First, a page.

The Monsters

Harrow Lake is not only known for its famous horror movie – it also has its very own monster. Mr. Jitters, a creepy, too smiley, too scary puppet come to life through the help of an urban legend that was born almost a century prior to the current happenings in the town. When a landslide buried a church and several of the town’s people, it also created a monster. One that is still roaming the place, and now is coming for Lola. 

However, creepy Mr. Jitters isn’t the only thing in the book that made my spine tingle. Behind very dark secrets, there’s also spooky tunes that garnish the town’s weird 1920s vibe. Invisible speakers, caves whose halls reflect the sounds – music and tunes is something that can turn into something very spooky when done nicely – and Kat Ellis delivered.

Another thing that Lola costantly talks about was ‘jitterbugs’. I had no idea what they were through most of the book – I imagined them as something like bugs in a walnut shell – but their description raised the little hairs on my neck. Especially because they seemed to foreshadow Mr. Jitters – or another monster – coming for Lola. 

Now, I have no idea how to say something about the other thing that really creeped me out without giving too much away, but let me just tell you – there is something else. And it really creeped me out 🤣🤣🤣 I really can’t give more away because this part is not mentioned in the synopsis or anywhere else that I read about Harrow Lake so far, and I really want you to have the same kind of feeling-hot-and-cold-from-fear-moment that I had.

Overall Thoughts

Harrow Lake – in my opinion – is a mix of dark psychological thrilled and YA horror. Sometimes more of the one theme, sometimes more of the other. It has gothic elements that I really loved to see in a contemporary YA thriller, is fast-paced and enthralling. I could hardly put it down in between eating, sleeping and working, and was constantly on the edge of my seat thinking about what the ending would be like. It entertained me, was on my thoughts all day long and even after putting it down it didn’t leave my mind.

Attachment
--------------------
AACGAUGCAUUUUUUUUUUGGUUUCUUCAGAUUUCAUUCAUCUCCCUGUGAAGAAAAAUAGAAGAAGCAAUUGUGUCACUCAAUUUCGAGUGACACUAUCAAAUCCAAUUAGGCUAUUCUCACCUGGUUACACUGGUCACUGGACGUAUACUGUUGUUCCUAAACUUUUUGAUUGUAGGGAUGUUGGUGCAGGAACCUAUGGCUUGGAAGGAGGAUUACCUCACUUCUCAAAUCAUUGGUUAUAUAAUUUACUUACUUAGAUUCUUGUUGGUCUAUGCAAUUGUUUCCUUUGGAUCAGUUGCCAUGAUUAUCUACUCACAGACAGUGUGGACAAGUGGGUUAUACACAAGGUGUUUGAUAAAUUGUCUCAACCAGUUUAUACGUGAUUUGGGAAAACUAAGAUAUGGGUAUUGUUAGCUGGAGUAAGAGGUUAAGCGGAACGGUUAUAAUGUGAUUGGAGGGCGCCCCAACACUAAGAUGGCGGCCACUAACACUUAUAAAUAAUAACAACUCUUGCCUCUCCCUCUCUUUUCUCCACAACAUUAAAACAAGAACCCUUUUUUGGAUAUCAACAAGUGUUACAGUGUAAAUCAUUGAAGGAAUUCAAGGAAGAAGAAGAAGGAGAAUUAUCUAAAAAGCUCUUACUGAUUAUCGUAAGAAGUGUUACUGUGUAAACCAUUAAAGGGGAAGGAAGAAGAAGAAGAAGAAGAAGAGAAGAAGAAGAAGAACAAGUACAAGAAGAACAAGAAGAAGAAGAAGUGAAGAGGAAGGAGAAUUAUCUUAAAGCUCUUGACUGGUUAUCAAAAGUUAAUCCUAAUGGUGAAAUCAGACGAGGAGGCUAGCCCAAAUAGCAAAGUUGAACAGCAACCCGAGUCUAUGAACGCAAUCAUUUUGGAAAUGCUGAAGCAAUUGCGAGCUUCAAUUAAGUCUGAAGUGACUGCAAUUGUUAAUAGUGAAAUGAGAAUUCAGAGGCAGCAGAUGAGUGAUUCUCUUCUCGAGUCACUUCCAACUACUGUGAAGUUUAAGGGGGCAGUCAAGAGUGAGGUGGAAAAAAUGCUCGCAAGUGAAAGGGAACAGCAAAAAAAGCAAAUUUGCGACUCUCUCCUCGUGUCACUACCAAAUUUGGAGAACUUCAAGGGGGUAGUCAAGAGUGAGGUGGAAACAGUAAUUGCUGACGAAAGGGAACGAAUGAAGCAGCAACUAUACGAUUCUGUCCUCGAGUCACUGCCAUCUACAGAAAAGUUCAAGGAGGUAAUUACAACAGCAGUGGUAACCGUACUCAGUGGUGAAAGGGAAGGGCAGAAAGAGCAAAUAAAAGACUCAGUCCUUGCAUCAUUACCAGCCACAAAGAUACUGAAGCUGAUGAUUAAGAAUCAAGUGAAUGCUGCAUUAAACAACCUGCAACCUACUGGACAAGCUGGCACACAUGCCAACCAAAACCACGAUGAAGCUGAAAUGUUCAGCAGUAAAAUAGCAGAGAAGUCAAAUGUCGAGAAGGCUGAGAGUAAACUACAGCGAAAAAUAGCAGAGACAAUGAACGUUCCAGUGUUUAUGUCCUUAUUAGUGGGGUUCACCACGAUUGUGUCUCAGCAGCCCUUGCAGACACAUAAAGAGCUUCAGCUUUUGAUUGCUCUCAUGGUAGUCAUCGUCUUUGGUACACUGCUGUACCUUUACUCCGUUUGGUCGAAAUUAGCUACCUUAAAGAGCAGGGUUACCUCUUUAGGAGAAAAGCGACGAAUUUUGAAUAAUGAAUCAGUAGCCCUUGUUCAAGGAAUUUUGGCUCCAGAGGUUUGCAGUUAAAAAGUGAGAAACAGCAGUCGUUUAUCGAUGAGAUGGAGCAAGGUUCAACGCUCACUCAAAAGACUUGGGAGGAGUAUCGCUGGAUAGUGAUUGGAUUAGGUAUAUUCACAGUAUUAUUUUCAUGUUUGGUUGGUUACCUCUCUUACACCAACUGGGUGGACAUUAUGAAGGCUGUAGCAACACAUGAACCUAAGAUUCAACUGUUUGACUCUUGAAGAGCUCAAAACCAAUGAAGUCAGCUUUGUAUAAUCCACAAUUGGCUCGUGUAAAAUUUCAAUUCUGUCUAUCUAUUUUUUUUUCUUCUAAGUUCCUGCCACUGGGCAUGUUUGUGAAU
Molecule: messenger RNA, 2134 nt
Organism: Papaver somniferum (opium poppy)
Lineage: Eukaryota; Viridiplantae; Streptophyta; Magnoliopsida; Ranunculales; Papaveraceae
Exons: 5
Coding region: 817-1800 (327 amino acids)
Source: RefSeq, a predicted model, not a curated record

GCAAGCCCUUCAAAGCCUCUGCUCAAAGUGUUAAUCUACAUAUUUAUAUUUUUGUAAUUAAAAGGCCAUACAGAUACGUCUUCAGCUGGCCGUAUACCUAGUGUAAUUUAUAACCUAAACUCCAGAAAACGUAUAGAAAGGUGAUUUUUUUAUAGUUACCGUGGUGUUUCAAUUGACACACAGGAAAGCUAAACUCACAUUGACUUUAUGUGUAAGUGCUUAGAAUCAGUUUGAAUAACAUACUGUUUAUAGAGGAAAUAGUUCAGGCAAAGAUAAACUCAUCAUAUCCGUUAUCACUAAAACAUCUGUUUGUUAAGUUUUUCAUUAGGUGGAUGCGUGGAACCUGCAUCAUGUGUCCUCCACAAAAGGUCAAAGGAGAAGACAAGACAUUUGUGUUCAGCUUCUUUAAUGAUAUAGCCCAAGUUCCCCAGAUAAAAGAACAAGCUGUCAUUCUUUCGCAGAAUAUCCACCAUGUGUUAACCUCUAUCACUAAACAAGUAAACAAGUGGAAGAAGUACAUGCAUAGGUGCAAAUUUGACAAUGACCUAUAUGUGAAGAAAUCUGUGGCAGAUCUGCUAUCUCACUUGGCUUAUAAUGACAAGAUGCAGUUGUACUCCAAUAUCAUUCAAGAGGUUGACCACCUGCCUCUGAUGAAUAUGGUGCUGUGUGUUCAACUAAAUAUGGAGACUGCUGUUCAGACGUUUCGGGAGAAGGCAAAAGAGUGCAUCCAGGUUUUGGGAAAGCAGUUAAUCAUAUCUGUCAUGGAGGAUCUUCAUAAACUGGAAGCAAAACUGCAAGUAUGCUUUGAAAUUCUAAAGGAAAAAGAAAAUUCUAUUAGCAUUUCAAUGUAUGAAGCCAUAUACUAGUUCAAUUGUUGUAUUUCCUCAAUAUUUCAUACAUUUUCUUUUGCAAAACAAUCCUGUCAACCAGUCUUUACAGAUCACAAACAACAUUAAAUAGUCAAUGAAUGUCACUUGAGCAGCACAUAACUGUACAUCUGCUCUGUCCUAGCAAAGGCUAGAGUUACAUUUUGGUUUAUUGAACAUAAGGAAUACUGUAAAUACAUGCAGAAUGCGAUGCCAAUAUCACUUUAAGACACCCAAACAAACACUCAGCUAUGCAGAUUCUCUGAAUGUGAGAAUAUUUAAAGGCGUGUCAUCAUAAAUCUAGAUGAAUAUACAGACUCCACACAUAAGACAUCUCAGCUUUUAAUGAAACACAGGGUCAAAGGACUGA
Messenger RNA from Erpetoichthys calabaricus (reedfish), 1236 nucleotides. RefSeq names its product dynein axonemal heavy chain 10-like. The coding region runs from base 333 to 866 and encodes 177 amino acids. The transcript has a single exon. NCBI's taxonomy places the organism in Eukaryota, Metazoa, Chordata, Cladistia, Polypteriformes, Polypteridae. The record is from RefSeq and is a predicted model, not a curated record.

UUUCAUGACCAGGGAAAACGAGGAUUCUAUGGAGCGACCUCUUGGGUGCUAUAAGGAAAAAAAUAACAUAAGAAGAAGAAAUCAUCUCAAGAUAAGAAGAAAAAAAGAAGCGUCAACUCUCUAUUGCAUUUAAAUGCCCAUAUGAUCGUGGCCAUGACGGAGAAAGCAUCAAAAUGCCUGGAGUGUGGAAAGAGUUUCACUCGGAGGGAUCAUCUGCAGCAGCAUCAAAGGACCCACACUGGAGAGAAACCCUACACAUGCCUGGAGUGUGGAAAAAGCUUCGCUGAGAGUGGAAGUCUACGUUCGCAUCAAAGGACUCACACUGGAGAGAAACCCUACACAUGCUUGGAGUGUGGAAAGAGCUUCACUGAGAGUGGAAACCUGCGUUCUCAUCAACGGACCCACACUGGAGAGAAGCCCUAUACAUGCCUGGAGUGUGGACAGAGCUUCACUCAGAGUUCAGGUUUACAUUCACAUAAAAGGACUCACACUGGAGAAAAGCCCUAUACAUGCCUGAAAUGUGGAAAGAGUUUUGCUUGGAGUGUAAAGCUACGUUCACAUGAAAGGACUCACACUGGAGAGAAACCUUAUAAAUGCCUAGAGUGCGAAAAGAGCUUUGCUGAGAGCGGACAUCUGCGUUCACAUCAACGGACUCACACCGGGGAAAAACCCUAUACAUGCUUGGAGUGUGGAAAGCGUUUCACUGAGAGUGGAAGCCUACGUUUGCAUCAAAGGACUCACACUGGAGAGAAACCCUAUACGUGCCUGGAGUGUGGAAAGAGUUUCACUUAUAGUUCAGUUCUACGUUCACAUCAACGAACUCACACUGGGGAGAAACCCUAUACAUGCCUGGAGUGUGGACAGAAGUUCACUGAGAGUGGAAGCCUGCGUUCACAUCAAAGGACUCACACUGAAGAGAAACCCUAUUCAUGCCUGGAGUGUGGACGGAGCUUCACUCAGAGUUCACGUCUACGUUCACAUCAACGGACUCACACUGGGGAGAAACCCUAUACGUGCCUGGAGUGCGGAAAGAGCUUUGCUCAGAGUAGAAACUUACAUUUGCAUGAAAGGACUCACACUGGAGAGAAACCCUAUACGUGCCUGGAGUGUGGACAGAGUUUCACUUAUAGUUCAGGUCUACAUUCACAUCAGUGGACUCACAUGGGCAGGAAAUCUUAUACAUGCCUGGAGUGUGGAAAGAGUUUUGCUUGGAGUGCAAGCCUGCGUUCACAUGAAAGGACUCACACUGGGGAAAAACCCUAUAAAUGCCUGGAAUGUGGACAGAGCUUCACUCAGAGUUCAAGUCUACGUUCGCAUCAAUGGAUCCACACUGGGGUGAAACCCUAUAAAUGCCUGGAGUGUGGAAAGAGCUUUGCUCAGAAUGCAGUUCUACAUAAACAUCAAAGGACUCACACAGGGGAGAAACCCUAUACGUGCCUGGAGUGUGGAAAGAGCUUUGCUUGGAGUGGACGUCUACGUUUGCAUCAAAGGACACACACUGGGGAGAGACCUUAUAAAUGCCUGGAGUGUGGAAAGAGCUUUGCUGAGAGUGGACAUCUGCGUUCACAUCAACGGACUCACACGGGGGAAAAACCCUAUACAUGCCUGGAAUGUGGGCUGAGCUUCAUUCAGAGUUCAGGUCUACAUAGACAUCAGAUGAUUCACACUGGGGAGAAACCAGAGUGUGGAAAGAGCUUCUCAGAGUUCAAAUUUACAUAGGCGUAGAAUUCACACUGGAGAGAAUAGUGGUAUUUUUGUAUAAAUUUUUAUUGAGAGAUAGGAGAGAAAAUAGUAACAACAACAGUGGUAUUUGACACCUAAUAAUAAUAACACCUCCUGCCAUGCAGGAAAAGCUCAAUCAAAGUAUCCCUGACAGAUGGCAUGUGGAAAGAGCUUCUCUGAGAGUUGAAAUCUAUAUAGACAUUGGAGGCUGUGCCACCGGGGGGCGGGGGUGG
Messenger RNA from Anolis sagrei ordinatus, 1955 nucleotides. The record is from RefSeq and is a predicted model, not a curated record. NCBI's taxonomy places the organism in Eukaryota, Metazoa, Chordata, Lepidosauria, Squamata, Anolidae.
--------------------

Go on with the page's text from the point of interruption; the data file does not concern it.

However, there was one thing that annoyed me a bit: Lola kept refer to or measuring things as ‘Optimal’. Since the word was capitalised and she used it over and over, it felt like it meant something on a deeper level, yet we never find out what. I could get over it  because it trickles out towards the end, but I did feel annoyed in the beginning Just something small I had to mention, but it didn’t really take away from my reading joy much.

Having an unreliable, possibly unstable narrator did this book a lot of good. In the end, I realised I don’t have to love Lola as a person in order to like her as a character in the book. She does her job well, falling into the same traps like those silly horror flick victims her father created – even though she was taught never to show fear. The town doesn’t make it easy to escape this though. With no cellphone reception, no internet, a hardly ever working landline and no other way to escape, what else was Lola supposed to do? I really started to root for her towards the end.

4.5 well-deserved stars from me for this thrilling read!

This book will be released in July – make sure not to read it at night!!

Thanks for reading, everyone!
xoxo
Noly